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English grammar and communications hints and tips
Is it faint or feint?
Both of these words exist in British English. They do, however, have different meanings and are commonly mixed up.
NB: See note at end about another word: feigned
This is an adjective which means ‘lacking strength or vigour’, ‘lacking courage’ and ‘timid’. It also means ‘barely perceptible’, ‘dim’ and ‘indistinct’.
This is also a verb which means ‘to fall into a faint’.
- The boy felt faint, after seeing the sight. [adjective]
- There was a faint noise coming from the room. [adjective]
- The boy fainted, after seeing the sight. [verb]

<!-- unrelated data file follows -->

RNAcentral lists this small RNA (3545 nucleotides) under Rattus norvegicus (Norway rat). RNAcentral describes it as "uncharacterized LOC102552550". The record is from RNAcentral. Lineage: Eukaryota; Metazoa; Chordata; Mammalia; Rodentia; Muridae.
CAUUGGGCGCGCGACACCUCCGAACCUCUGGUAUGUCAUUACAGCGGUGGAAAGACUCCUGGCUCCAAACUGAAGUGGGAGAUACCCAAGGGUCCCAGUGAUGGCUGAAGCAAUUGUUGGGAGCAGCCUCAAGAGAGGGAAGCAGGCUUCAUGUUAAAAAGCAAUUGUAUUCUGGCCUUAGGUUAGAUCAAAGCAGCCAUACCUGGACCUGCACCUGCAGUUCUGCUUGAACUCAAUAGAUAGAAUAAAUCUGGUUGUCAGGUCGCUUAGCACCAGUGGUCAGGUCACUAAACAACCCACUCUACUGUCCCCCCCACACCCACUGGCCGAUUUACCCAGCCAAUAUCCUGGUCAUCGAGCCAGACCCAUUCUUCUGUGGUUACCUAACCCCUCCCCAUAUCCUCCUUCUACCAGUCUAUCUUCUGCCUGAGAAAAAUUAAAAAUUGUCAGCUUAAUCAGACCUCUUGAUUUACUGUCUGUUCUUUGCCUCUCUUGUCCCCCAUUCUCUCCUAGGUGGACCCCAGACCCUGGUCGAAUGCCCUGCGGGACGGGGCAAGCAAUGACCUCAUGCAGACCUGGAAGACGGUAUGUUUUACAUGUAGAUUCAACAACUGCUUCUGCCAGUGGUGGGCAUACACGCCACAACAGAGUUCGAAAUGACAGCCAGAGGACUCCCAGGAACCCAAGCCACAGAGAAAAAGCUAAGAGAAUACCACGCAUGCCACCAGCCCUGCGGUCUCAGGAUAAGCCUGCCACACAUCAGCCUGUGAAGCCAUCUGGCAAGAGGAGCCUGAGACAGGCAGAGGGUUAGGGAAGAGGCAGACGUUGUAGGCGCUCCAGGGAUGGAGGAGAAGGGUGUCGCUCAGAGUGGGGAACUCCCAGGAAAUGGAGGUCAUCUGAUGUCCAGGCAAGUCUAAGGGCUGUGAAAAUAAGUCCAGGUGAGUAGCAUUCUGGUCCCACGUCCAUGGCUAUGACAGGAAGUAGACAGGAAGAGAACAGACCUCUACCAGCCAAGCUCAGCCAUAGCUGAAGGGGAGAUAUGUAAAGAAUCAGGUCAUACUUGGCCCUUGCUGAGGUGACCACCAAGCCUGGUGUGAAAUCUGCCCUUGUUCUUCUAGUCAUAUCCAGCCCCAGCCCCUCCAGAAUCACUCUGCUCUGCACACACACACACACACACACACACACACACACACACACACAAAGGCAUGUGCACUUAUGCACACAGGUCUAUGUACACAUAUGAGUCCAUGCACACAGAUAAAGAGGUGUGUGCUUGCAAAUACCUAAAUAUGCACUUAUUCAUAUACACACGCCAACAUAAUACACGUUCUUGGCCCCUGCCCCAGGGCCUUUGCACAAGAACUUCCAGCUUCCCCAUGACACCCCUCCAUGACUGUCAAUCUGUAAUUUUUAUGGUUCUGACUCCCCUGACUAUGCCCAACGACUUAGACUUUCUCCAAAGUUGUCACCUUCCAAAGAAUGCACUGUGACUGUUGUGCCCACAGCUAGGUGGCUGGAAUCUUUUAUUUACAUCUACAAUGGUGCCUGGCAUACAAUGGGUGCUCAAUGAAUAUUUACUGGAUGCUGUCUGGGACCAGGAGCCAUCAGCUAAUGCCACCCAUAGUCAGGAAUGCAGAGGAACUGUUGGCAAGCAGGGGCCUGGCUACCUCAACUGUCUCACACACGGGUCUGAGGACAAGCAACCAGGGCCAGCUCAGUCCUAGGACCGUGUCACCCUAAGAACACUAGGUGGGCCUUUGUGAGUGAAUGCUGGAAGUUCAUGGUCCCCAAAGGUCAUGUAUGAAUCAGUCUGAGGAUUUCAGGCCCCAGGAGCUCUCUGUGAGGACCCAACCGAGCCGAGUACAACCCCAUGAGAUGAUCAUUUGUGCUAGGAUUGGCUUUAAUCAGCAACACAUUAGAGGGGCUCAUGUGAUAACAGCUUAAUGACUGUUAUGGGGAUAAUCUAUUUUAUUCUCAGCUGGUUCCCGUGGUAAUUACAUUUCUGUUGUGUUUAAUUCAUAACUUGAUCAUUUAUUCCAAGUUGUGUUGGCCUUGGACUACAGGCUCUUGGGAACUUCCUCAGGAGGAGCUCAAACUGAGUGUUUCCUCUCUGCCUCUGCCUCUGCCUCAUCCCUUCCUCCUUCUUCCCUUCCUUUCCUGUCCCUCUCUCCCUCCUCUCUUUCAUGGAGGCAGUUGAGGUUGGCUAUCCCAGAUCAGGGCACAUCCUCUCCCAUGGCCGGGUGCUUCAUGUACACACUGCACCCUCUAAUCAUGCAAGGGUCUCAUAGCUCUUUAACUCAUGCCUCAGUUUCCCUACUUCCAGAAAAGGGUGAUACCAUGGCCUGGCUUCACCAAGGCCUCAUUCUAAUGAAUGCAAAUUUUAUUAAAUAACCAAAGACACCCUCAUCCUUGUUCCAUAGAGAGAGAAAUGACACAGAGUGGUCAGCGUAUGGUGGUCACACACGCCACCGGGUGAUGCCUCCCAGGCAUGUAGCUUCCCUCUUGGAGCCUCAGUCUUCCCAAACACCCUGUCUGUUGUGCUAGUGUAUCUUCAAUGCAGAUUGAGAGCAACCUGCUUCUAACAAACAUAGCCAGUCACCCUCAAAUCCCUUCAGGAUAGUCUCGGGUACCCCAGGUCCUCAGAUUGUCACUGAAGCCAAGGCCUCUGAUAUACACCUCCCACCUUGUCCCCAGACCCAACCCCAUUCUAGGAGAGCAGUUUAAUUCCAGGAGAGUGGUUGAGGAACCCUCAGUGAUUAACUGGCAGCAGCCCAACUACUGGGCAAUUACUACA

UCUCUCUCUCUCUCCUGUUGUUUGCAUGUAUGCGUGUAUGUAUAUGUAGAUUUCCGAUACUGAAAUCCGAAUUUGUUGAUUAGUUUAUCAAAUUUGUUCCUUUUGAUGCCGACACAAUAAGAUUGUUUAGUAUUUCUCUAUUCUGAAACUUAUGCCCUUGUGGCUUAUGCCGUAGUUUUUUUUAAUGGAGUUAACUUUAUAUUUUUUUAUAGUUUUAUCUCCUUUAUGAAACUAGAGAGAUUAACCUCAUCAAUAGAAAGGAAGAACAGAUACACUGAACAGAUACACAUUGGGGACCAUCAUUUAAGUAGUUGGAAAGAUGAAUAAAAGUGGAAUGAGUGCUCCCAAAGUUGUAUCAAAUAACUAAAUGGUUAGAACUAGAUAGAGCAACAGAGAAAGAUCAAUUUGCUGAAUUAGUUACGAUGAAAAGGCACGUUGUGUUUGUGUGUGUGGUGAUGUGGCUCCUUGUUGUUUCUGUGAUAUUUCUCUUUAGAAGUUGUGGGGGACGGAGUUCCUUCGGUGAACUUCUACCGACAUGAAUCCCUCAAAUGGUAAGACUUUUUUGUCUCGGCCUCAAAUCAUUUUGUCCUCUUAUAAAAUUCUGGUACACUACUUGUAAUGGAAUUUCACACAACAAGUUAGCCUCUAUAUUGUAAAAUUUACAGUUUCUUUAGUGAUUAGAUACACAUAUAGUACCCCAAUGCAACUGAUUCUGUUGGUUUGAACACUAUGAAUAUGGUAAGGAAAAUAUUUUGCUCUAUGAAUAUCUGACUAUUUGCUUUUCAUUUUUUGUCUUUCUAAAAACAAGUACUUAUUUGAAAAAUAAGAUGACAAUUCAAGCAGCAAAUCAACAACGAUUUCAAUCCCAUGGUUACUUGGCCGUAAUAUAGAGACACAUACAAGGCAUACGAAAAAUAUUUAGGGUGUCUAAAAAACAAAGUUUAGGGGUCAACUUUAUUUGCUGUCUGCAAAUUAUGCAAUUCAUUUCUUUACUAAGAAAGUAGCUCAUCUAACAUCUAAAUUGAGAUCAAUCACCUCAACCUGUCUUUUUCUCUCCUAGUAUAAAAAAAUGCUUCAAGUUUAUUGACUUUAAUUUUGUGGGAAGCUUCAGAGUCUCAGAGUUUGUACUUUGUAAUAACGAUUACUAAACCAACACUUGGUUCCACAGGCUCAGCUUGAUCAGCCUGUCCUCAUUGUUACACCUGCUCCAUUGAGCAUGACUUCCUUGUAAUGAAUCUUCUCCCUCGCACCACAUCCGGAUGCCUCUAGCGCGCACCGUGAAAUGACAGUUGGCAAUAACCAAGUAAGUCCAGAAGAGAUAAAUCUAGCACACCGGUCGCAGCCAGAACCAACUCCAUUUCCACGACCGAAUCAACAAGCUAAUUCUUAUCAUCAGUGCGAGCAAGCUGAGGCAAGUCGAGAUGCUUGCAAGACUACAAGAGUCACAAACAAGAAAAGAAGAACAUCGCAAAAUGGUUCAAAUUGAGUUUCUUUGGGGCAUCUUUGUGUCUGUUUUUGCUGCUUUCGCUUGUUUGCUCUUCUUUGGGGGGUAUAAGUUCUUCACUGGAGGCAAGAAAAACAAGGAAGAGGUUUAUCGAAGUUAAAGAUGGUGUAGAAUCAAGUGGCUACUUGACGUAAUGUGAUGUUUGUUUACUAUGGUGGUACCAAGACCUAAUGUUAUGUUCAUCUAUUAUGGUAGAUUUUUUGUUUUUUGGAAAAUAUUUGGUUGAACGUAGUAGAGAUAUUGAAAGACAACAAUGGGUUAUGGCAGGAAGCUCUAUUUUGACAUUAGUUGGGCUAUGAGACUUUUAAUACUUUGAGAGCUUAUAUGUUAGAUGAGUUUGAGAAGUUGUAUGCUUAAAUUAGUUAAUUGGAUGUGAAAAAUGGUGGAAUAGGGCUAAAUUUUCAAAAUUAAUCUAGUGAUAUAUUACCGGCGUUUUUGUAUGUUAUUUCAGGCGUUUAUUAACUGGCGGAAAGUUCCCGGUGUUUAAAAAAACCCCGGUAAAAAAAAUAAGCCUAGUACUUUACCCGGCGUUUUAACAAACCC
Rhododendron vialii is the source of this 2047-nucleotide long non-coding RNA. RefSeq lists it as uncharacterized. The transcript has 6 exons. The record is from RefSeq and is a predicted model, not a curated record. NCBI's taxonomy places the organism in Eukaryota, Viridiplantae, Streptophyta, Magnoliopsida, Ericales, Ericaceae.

This is a rare noun which means ‘a misleading movement designed to draw defensive action away from an intended objective or target’ or any ‘pretence intended to mislead’.
This is also a verb which means ‘to make a feint’ (as in the noun above).
As a noun, it also means ‘the finest line used in printing ruled paper’ and is a variant of ‘faint’.
This is an adjective which means ‘not real’ or ‘simulated’.
- The boy’s feigned accent did not cover up the fact that he was Spanish.
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